Journal of Nursing Education

Guest Editorial Free

Unconscious Racist Bias: Barrier to a Diverse Nursing Faculty

Dena Hassouneh, PhD

Faculty of color in the health professions are more likely than majority faculty to work in underserved regions, and they play important roles as mentors for minority students and faculty peers. In addition, faculty of color promote excellence in schools of nursing, leading to improved student outcomes in the areas of cultural competence, humanism, and professionalism (American Association of Medical Colleges, 2009; Hassouneh & Lutz, 2012; Lutz, Hassouneh, Akeroyd, & Beckett, in press). Despite their importance, faculty of color continue to be underrepresented in nursing, comprising only 7% of nursing faculty compared with nearly 16% among U.S. faculty overall (Kaufman, 2007).

There are several reasons why faculty of color continue to be under-represented, including an inadequate pipeline; inequities in appointment, promotion, and tenure; and an inhospitable academic environment (American Association of Medical Colleges, 2009; Davis & Davis, 1998; Fang, Moy, Colburn, & Hurley, 2000; Hassouneh, Akeroyd, Lutz, & Beckett, 2012). From our interviews with nursing faculty throughout the country, we have found that racism plays a key role in perpetuating these inequities (Hassouneh et al., 2012; Hassouneh & Lutz, 2012; Lutz et al., in press). By racism, I am referring to a stratification process by which the population of European descent, through a set of attitudes, behaviors, social structures, and ideologies, has been able to sustain a system of privilege “to the general disadvantage of the population designated as non-White (on a global scale)” (Page, 1999, ¶ 5).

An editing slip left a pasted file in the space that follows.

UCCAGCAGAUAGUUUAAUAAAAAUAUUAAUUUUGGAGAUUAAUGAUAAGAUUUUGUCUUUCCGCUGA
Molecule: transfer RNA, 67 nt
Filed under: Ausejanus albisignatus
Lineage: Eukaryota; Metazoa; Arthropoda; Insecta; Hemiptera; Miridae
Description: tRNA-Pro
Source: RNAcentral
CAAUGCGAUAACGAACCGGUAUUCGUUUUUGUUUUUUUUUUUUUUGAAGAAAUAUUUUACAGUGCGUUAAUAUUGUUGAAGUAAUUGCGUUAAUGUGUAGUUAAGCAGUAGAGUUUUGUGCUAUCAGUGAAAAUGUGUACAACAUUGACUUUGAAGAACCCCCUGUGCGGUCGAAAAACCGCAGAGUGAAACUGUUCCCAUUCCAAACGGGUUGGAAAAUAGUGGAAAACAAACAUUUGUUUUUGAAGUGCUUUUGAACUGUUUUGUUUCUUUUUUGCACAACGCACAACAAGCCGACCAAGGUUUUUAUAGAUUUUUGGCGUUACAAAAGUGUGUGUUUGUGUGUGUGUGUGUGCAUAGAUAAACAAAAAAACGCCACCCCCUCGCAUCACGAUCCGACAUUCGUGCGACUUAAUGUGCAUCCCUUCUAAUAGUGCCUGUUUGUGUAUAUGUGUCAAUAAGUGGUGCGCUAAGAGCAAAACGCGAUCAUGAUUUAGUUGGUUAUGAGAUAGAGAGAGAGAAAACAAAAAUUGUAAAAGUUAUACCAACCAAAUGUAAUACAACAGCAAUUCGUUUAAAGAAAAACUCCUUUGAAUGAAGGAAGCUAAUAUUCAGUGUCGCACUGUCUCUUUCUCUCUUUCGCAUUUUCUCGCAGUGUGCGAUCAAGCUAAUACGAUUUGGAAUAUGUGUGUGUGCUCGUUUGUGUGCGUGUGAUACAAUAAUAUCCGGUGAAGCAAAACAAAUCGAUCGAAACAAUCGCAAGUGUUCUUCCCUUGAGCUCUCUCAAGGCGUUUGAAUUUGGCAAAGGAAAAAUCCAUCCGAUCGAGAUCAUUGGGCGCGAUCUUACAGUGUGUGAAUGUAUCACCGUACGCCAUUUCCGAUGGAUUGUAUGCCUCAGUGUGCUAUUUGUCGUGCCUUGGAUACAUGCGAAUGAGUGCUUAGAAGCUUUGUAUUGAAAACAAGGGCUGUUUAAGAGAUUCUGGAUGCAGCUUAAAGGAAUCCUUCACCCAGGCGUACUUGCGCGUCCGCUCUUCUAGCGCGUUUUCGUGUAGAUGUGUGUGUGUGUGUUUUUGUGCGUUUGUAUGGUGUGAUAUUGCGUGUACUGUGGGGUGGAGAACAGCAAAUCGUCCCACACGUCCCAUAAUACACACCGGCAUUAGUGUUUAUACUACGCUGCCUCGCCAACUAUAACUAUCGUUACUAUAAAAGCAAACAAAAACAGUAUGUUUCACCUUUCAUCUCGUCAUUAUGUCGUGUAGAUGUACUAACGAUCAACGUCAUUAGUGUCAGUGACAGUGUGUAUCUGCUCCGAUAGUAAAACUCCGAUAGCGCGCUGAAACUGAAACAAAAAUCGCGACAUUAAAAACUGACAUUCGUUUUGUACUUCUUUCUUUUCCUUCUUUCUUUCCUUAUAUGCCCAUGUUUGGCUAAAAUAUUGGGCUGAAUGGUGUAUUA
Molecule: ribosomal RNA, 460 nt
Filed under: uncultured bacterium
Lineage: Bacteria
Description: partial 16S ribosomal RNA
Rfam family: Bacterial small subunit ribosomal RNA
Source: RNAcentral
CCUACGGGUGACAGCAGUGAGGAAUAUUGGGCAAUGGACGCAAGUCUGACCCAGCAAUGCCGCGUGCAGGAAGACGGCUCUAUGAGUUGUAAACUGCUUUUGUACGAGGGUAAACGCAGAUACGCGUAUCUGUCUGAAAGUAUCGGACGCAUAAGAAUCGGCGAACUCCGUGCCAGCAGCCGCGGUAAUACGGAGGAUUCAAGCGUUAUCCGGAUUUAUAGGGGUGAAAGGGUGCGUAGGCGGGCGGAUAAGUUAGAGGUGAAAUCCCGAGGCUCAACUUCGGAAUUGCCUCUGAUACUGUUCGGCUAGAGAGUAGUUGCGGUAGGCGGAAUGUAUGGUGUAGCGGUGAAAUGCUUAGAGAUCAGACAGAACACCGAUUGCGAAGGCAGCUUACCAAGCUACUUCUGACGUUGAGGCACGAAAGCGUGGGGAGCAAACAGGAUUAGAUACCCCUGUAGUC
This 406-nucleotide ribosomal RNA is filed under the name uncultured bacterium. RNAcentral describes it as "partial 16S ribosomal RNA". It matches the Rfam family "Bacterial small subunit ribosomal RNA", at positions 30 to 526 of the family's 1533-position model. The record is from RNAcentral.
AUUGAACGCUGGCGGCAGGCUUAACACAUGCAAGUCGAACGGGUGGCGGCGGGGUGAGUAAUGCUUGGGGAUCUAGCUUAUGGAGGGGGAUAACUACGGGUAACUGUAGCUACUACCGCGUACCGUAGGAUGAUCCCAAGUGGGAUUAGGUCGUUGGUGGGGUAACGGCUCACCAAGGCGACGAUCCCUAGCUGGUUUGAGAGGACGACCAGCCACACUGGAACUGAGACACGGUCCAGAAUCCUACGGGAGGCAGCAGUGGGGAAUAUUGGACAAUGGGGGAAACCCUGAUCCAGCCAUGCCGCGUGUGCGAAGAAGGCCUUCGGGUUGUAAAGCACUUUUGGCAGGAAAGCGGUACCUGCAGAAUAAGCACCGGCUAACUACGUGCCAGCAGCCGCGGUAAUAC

In contemporary society, racism results, in part, from unconscious bias. Unconscious bias has been widely hailed as a new diversity paradigm—one that recognizes the role that bias plays in the day-to-day functioning of all human beings (Ross, 2008; Savini, 2010; White & Chanoff, 2011). All people make assumptions and determinations about what is real at any given moment, sort out millions of pieces of information, and, as self-interpreting beings, believe that what is seen is real. Only occasionally do people realize how subjective their perceptions are and how much their perceptions are shaped, not by what is in front of them but by how they interpret what is in front of them through their own personal lenses (Ross, 2008). In the United States, personal lenses have been shaped by a several hundred–year hegemonic legacy of racist conditioning that continues to saturate our lifeworlds (White & Chanoff, 2011). This conditioning occurs at a deep and often unconscious level.